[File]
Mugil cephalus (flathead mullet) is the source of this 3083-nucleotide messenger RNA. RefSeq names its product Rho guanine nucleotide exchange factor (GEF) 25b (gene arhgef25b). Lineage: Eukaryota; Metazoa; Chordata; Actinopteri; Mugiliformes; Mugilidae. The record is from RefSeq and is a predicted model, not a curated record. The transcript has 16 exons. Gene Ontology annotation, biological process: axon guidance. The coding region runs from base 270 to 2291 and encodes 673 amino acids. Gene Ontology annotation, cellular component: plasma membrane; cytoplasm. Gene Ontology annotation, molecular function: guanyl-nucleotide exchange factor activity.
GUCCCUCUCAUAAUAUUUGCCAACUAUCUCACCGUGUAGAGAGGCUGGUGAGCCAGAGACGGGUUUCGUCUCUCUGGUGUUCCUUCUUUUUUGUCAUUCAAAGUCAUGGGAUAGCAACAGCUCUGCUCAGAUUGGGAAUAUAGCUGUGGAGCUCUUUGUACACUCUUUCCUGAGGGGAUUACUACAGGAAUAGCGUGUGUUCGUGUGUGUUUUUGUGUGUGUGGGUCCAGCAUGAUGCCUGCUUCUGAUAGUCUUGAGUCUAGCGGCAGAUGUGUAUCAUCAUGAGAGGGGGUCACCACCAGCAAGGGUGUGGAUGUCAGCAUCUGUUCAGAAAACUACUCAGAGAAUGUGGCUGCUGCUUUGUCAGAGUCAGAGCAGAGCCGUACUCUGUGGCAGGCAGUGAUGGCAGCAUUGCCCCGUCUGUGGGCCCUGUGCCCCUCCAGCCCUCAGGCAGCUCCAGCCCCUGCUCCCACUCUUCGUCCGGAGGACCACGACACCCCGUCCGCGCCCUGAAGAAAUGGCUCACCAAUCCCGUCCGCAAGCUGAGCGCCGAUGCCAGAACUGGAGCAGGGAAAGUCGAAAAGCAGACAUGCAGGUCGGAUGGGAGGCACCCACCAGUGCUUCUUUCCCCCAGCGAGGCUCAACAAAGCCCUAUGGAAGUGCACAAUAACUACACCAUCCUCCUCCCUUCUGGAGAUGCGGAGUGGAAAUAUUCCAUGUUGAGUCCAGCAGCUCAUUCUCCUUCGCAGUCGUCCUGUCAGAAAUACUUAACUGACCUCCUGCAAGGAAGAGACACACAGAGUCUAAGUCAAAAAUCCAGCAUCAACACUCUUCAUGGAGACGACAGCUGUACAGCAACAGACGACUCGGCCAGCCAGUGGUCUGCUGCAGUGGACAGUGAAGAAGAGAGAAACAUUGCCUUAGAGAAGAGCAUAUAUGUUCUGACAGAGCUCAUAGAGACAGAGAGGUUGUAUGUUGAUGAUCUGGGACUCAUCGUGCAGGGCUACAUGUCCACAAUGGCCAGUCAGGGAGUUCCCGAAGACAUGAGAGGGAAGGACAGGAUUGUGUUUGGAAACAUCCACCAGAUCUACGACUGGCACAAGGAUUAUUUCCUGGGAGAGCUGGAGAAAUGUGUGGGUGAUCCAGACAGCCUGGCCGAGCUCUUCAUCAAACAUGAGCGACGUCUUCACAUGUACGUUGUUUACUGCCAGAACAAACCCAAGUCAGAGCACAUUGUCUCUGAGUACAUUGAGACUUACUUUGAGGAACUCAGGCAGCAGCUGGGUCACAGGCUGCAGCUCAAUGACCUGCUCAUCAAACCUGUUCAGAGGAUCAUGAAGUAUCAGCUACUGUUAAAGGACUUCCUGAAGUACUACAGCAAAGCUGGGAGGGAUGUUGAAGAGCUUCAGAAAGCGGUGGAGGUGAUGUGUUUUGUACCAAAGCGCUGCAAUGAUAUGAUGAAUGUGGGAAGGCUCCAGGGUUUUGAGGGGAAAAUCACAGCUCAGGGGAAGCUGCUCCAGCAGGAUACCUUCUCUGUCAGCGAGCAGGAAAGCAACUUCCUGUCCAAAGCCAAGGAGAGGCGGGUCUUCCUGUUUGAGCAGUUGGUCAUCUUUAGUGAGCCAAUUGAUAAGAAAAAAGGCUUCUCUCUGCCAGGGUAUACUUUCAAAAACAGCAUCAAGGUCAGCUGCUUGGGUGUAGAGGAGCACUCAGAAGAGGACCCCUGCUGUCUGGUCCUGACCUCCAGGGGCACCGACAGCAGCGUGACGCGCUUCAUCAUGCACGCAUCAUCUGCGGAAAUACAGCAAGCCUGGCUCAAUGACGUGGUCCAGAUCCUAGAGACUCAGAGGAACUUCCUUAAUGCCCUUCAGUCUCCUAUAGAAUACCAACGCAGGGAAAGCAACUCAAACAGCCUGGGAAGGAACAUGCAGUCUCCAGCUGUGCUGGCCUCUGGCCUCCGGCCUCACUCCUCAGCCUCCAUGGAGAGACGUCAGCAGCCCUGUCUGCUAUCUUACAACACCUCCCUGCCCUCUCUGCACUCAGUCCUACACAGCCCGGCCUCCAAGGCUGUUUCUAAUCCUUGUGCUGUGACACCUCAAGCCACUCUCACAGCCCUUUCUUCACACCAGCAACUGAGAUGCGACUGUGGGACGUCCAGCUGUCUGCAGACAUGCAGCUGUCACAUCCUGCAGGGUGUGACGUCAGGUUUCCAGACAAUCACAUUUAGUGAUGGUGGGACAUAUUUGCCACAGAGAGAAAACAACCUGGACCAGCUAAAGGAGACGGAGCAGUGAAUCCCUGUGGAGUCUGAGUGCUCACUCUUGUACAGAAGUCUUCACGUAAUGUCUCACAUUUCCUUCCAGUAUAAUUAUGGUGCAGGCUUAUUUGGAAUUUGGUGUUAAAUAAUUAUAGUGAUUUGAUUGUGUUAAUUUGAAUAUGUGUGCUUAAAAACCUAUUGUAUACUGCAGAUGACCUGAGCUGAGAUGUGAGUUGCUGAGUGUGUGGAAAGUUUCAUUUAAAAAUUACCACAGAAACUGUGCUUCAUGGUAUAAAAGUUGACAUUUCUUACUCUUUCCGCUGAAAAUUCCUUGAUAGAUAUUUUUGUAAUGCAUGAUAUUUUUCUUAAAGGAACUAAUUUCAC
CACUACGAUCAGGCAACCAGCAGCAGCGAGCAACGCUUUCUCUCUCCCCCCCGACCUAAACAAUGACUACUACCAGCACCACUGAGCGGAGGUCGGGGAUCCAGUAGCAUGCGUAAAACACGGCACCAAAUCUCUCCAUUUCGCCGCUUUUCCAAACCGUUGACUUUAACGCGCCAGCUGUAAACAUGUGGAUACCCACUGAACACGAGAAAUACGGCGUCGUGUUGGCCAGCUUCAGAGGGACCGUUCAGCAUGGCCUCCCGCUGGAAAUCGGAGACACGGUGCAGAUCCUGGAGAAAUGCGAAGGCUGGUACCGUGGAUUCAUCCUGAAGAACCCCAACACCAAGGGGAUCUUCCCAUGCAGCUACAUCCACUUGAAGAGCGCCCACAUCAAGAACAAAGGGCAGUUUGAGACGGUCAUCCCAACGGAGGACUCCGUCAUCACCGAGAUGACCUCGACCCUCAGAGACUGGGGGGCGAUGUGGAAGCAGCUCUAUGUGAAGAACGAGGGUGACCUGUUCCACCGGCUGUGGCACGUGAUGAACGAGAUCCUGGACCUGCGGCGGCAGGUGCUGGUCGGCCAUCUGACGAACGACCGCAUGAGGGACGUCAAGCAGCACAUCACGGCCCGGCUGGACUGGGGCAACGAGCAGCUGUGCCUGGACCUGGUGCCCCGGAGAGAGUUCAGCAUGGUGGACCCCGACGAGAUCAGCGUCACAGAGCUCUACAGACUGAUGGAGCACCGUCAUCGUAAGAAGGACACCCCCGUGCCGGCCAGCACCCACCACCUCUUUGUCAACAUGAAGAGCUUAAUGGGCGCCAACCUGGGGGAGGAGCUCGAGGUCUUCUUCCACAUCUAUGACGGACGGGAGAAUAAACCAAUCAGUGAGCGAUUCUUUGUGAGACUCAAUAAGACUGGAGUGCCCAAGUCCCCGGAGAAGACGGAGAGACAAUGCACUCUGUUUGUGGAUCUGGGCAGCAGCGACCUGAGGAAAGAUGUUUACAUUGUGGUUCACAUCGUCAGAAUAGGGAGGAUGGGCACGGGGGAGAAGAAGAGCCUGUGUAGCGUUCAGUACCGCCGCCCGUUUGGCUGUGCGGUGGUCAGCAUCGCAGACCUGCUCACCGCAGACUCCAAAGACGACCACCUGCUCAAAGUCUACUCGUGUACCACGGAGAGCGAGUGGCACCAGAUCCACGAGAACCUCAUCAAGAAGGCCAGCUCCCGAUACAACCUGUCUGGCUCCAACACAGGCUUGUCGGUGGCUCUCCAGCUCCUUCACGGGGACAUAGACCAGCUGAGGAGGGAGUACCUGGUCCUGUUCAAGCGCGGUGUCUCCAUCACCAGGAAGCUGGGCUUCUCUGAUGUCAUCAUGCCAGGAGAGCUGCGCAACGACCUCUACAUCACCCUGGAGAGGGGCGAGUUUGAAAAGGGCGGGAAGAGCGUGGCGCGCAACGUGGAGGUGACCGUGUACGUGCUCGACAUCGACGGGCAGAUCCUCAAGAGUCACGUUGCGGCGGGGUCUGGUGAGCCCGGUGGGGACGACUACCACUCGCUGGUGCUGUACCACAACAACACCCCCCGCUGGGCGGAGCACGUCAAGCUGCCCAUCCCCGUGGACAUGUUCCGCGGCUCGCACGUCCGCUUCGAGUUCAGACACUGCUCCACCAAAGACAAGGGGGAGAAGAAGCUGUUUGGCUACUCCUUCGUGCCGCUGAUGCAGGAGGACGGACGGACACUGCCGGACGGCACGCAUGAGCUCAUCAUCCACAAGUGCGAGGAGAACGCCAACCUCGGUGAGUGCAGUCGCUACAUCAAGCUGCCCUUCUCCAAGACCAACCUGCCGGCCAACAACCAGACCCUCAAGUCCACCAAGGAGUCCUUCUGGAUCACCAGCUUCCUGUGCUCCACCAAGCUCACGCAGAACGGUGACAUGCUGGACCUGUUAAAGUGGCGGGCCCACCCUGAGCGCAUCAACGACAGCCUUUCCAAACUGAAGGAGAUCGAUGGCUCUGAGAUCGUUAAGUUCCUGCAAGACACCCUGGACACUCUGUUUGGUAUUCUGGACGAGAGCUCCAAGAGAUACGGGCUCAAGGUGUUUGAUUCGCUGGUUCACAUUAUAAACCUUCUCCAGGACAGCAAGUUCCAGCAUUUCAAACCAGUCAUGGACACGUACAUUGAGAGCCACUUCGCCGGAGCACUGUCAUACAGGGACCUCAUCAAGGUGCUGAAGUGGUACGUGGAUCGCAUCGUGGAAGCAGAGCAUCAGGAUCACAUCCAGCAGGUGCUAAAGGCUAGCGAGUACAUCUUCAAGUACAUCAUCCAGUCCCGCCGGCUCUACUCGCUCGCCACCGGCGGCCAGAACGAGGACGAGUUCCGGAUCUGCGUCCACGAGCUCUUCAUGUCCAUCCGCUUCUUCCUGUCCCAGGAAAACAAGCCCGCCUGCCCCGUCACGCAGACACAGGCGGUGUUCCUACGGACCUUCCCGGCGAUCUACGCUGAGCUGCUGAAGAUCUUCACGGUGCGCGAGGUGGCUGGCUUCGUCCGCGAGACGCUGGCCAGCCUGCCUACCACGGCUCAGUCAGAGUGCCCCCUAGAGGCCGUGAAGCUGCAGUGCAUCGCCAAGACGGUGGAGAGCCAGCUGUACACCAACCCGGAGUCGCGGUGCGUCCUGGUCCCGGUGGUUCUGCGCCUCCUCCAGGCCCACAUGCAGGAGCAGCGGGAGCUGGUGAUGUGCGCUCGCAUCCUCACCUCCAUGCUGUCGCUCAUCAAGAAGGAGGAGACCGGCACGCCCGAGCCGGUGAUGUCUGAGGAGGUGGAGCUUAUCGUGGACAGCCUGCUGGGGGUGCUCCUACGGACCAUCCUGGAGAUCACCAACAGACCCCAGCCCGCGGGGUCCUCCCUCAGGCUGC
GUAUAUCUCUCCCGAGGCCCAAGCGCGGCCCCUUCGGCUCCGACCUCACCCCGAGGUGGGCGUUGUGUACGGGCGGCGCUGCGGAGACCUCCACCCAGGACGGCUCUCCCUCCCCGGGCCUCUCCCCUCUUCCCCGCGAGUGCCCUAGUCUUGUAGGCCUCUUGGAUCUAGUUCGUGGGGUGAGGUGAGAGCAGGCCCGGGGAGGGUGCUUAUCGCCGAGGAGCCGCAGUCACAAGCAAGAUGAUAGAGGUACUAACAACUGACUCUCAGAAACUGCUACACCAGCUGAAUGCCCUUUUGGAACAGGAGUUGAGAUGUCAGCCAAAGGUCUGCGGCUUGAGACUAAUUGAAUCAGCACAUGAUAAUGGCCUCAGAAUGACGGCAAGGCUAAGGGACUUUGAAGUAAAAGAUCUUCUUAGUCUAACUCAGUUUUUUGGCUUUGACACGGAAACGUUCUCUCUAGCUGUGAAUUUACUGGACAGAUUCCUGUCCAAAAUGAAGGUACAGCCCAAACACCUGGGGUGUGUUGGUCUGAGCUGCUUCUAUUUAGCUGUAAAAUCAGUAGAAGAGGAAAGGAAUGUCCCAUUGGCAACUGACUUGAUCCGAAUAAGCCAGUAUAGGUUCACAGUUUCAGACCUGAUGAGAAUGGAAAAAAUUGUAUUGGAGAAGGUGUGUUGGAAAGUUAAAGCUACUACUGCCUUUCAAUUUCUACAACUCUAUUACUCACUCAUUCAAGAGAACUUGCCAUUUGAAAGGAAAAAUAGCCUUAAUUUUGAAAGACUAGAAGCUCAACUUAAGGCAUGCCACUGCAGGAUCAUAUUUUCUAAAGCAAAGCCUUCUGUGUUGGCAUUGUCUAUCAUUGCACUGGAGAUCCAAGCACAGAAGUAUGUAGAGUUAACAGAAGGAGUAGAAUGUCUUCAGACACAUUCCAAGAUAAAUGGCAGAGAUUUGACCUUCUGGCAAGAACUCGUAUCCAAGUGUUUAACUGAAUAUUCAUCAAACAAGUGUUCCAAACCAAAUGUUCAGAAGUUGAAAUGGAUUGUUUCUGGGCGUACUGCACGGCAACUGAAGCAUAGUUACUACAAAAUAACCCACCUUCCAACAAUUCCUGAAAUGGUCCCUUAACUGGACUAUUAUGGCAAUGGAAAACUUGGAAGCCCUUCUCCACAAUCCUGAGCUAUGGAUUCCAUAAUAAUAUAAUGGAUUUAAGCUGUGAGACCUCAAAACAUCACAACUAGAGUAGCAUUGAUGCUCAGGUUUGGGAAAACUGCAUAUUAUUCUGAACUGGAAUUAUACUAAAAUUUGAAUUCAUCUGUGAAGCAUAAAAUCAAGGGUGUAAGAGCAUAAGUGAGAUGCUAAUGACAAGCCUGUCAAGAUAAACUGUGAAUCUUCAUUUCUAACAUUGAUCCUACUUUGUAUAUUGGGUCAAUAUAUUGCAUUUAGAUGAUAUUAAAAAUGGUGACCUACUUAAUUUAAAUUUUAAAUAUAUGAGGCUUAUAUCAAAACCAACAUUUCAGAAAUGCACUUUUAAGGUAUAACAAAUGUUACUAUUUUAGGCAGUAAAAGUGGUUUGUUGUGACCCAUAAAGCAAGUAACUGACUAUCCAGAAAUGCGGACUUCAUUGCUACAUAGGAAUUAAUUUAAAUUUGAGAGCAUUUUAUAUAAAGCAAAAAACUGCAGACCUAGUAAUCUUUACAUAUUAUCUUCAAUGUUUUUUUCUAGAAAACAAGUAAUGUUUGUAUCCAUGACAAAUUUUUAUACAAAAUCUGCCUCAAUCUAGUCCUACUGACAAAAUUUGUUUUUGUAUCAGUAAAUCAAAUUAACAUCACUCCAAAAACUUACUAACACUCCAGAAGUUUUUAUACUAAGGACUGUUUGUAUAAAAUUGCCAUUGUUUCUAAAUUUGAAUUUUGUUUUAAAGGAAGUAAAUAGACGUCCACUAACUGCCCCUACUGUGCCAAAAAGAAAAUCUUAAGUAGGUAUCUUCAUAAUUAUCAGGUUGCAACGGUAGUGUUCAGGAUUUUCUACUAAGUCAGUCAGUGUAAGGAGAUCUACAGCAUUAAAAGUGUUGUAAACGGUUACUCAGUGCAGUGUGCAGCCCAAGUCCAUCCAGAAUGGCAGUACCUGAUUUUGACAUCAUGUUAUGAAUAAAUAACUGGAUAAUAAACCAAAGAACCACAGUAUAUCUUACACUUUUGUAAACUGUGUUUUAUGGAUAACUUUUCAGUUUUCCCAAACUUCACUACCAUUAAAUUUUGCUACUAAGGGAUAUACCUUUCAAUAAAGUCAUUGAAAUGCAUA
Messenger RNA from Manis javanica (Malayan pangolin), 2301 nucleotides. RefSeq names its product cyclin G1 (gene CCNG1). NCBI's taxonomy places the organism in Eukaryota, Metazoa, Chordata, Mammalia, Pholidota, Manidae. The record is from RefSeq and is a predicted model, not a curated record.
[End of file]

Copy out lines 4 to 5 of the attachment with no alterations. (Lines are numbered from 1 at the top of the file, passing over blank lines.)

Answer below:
GUAUAUCUCUCCCGAGGCCCAAGCGCGGCCCCUUCGGCUCCGACCUCACCCCGAGGUGGGCGUUGUGUACGGGCGGCGCUGCGGAGACCUCCACCCAGGACGGCUCUCCCUCCCCGGGCCUCUCCCCUCUUCCCCGCGAGUGCCCUAGUCUUGUAGGCCUCUUGGAUCUAGUUCGUGGGGUGAGGUGAGAGCAGGCCCGGGGAGGGUGCUUAUCGCCGAGGAGCCGCAGUCACAAGCAAGAUGAUAGAGGUACUAACAACUGACUCUCAGAAACUGCUACACCAGCUGAAUGCCCUUUUGGAACAGGAGUUGAGAUGUCAGCCAAAGGUCUGCGGCUUGAGACUAAUUGAAUCAGCACAUGAUAAUGGCCUCAGAAUGACGGCAAGGCUAAGGGACUUUGAAGUAAAAGAUCUUCUUAGUCUAACUCAGUUUUUUGGCUUUGACACGGAAACGUUCUCUCUAGCUGUGAAUUUACUGGACAGAUUCCUGUCCAAAAUGAAGGUACAGCCCAAACACCUGGGGUGUGUUGGUCUGAGCUGCUUCUAUUUAGCUGUAAAAUCAGUAGAAGAGGAAAGGAAUGUCCCAUUGGCAACUGACUUGAUCCGAAUAAGCCAGUAUAGGUUCACAGUUUCAGACCUGAUGAGAAUGGAAAAAAUUGUAUUGGAGAAGGUGUGUUGGAAAGUUAAAGCUACUACUGCCUUUCAAUUUCUACAACUCUAUUACUCACUCAUUCAAGAGAACUUGCCAUUUGAAAGGAAAAAUAGCCUUAAUUUUGAAAGACUAGAAGCUCAACUUAAGGCAUGCCACUGCAGGAUCAUAUUUUCUAAAGCAAAGCCUUCUGUGUUGGCAUUGUCUAUCAUUGCACUGGAGAUCCAAGCACAGAAGUAUGUAGAGUUAACAGAAGGAGUAGAAUGUCUUCAGACACAUUCCAAGAUAAAUGGCAGAGAUUUGACCUUCUGGCAAGAACUCGUAUCCAAGUGUUUAACUGAAUAUUCAUCAAACAAGUGUUCCAAACCAAAUGUUCAGAAGUUGAAAUGGAUUGUUUCUGGGCGUACUGCACGGCAACUGAAGCAUAGUUACUACAAAAUAACCCACCUUCCAACAAUUCCUGAAAUGGUCCCUUAACUGGACUAUUAUGGCAAUGGAAAACUUGGAAGCCCUUCUCCACAAUCCUGAGCUAUGGAUUCCAUAAUAAUAUAAUGGAUUUAAGCUGUGAGACCUCAAAACAUCACAACUAGAGUAGCAUUGAUGCUCAGGUUUGGGAAAACUGCAUAUUAUUCUGAACUGGAAUUAUACUAAAAUUUGAAUUCAUCUGUGAAGCAUAAAAUCAAGGGUGUAAGAGCAUAAGUGAGAUGCUAAUGACAAGCCUGUCAAGAUAAACUGUGAAUCUUCAUUUCUAACAUUGAUCCUACUUUGUAUAUUGGGUCAAUAUAUUGCAUUUAGAUGAUAUUAAAAAUGGUGACCUACUUAAUUUAAAUUUUAAAUAUAUGAGGCUUAUAUCAAAACCAACAUUUCAGAAAUGCACUUUUAAGGUAUAACAAAUGUUACUAUUUUAGGCAGUAAAAGUGGUUUGUUGUGACCCAUAAAGCAAGUAACUGACUAUCCAGAAAUGCGGACUUCAUUGCUACAUAGGAAUUAAUUUAAAUUUGAGAGCAUUUUAUAUAAAGCAAAAAACUGCAGACCUAGUAAUCUUUACAUAUUAUCUUCAAUGUUUUUUUCUAGAAAACAAGUAAUGUUUGUAUCCAUGACAAAUUUUUAUACAAAAUCUGCCUCAAUCUAGUCCUACUGACAAAAUUUGUUUUUGUAUCAGUAAAUCAAAUUAACAUCACUCCAAAAACUUACUAACACUCCAGAAGUUUUUAUACUAAGGACUGUUUGUAUAAAAUUGCCAUUGUUUCUAAAUUUGAAUUUUGUUUUAAAGGAAGUAAAUAGACGUCCACUAACUGCCCCUACUGUGCCAAAAAGAAAAUCUUAAGUAGGUAUCUUCAUAAUUAUCAGGUUGCAACGGUAGUGUUCAGGAUUUUCUACUAAGUCAGUCAGUGUAAGGAGAUCUACAGCAUUAAAAGUGUUGUAAACGGUUACUCAGUGCAGUGUGCAGCCCAAGUCCAUCCAGAAUGGCAGUACCUGAUUUUGACAUCAUGUUAUGAAUAAAUAACUGGAUAAUAAACCAAAGAACCACAGUAUAUCUUACACUUUUGUAAACUGUGUUUUAUGGAUAACUUUUCAGUUUUCCCAAACUUCACUACCAUUAAAUUUUGCUACUAAGGGAUAUACCUUUCAAUAAAGUCAUUGAAAUGCAUA
Messenger RNA from Manis javanica (Malayan pangolin), 2301 nucleotides. RefSeq names its product cyclin G1 (gene CCNG1). NCBI's taxonomy places the organism in Eukaryota, Metazoa, Chordata, Mammalia, Pholidota, Manidae. The record is from RefSeq and is a predicted model, not a curated record.